That Corporation, as vendor, maintains that in view of the execution of the deed of sale on December 29, 1960 it ceased to be the owner of the property involved and that consequently it was under no obligation to pay the real property tax thereon effective January 1, 1961. In support of its stand, that Corporation cites Article 1498 of the New Civil Code of the Philippines which provides that "when the sale is made through a public instrument, the execution thereof shall be equivalent to the delivery of the thing which is the object of the contract, if from the deed the contrary does not appear or cannot clearly be inferred" and Article 1496 of the same Code which states that "the ownership of the thing sold is acquired by the vendee from the moment it is delivered to him in any of the ways specified in Articles 1497 to 1501, or in any other manner signifying an agreement that the possession is transferred from the vendor to the vendee." On the other hand, the Provincial Treasurer contends that, as under the Land Registration Act (Act No. 496) the Philippine Suburban Development Corporation is still the owner of the property until the deed of sale covering the same has been actually registered, the vendor is still liable to the payment of real property tax for the calendar year 1961.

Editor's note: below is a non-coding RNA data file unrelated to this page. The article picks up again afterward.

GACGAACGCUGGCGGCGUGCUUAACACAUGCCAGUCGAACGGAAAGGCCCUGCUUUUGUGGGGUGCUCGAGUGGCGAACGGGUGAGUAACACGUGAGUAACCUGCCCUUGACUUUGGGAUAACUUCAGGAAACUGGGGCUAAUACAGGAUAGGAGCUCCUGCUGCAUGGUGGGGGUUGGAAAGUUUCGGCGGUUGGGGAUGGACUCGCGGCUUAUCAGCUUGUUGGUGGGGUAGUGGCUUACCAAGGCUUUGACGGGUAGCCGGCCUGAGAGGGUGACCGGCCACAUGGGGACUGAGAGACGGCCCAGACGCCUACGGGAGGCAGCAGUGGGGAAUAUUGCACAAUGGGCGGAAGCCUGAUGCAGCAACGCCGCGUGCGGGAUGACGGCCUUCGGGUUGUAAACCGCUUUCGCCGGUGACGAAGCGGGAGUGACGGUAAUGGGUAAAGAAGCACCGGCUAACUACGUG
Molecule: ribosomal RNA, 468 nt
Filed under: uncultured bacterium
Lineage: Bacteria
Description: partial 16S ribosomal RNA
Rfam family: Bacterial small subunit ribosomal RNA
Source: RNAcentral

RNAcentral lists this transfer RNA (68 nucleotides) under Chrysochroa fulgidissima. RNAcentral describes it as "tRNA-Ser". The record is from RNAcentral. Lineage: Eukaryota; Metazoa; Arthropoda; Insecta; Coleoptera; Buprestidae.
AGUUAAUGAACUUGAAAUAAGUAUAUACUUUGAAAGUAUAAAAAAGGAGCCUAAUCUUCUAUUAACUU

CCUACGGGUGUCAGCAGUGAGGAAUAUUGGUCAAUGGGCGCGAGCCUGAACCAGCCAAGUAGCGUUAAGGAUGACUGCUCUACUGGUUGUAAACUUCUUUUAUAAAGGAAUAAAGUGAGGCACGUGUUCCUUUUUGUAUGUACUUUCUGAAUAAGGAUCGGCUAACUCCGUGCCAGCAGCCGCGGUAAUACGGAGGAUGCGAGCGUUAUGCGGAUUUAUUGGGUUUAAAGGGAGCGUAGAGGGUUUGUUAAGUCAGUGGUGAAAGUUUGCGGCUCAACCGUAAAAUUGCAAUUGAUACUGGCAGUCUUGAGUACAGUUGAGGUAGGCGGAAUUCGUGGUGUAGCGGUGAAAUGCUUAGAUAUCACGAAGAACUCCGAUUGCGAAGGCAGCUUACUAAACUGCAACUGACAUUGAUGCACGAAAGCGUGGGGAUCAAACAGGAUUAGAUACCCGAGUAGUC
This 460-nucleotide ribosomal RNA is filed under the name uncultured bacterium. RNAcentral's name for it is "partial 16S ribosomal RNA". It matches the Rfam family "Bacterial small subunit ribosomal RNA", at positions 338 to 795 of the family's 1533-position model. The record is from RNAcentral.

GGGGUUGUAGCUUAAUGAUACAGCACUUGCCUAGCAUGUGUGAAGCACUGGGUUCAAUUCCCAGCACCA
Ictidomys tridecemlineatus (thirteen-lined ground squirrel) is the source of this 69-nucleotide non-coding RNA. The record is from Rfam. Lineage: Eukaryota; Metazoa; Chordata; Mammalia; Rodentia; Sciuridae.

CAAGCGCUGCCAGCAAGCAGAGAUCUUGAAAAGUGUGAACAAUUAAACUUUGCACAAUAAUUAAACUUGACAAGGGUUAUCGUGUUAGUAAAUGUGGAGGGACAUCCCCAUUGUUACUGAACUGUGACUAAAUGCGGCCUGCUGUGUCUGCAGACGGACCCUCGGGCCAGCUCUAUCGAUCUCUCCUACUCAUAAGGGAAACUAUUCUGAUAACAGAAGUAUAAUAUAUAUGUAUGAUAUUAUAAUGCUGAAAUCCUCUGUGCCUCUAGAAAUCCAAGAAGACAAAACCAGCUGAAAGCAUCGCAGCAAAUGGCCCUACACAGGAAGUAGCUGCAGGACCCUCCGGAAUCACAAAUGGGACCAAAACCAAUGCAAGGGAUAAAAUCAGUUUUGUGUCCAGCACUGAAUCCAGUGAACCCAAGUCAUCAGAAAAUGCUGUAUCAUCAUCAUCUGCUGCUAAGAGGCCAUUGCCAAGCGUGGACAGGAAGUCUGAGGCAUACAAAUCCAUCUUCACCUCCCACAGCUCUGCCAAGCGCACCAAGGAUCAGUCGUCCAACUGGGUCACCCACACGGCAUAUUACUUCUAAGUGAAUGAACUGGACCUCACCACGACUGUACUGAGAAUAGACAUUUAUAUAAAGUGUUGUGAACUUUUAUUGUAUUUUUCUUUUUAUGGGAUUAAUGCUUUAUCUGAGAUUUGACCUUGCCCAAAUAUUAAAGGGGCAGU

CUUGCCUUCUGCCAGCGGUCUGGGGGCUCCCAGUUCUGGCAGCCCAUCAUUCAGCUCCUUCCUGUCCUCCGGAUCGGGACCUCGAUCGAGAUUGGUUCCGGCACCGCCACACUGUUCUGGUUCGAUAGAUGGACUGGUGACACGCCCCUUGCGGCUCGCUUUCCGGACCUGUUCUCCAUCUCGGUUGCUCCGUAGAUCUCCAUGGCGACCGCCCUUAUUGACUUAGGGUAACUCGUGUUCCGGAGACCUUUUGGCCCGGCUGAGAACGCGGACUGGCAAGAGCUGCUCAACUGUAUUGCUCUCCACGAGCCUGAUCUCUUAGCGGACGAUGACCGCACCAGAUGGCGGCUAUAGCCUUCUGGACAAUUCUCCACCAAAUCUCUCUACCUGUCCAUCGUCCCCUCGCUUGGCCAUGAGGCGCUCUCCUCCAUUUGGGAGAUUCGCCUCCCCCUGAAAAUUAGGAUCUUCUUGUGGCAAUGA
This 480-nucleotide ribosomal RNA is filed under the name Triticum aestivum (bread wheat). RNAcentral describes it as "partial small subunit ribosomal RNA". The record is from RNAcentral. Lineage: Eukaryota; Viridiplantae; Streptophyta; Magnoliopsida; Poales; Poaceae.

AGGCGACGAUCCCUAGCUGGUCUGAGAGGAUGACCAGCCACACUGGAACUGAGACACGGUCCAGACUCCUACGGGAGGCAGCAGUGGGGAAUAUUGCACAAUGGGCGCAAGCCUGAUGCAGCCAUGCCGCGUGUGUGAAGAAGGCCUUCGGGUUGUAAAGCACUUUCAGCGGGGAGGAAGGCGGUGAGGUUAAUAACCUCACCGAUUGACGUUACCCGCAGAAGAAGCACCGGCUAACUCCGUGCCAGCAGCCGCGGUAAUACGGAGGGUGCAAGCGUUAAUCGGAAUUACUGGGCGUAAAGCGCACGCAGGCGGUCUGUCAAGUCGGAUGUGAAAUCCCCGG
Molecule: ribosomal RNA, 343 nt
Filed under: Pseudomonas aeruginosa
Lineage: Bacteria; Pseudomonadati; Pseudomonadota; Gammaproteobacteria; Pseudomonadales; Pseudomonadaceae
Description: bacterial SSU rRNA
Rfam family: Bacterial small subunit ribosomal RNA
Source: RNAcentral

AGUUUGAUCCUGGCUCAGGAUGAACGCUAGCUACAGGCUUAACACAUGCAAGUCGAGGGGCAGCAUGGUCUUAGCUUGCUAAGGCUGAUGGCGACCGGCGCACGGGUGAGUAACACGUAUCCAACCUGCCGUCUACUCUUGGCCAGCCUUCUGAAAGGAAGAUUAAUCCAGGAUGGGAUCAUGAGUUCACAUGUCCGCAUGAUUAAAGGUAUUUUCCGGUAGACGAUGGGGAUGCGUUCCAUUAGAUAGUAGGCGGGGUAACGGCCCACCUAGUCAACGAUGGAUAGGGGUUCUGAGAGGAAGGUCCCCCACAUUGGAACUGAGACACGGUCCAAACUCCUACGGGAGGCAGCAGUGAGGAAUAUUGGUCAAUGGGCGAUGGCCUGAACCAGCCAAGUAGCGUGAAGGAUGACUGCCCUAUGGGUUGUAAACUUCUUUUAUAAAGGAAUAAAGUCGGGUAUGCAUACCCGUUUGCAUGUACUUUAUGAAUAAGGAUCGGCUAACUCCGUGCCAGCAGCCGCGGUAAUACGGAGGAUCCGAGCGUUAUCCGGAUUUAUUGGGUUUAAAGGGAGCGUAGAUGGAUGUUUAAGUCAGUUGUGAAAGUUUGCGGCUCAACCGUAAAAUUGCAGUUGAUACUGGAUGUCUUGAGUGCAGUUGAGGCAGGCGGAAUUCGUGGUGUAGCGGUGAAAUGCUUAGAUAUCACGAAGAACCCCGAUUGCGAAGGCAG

It is now claimed in this appeal that the Auditor General erred in disallowing the refund of the real estate tax in the amount of P30,460.90 because aside from the presumptive delivery of the property by the execution of the deed of sale on December 29, 1960, the possession of the property was actually delivered to the vendee prior to the sale, and, therefore, by the transmission of ownership to the vendee, petitioner has ceased to be the owner of the property involved, and, consequently, under no obligation to pay the real property tax for the year 1961.
Respondent, however, argues that the presumptive delivery of the property under Article 1498 of the Civil Code does not apply because of the requirement in the contract that the sale shall first be approved by the Auditor General, pursuant to the Executive Order dated February 3, 1959 and later by the President, and that the petitioner should register the deed and secure a new title in the name of the vendee before the government can be compelled to pay the balance of P1,676,223.00 of the purchase price. Respondent further contends that since the property involved is a land registered under the Land Registration Act (Act No. 496), until the deed of sale has been actually registered, the vendor remains as the owner of the said property, and, therefore, liable for the payment of real property tax.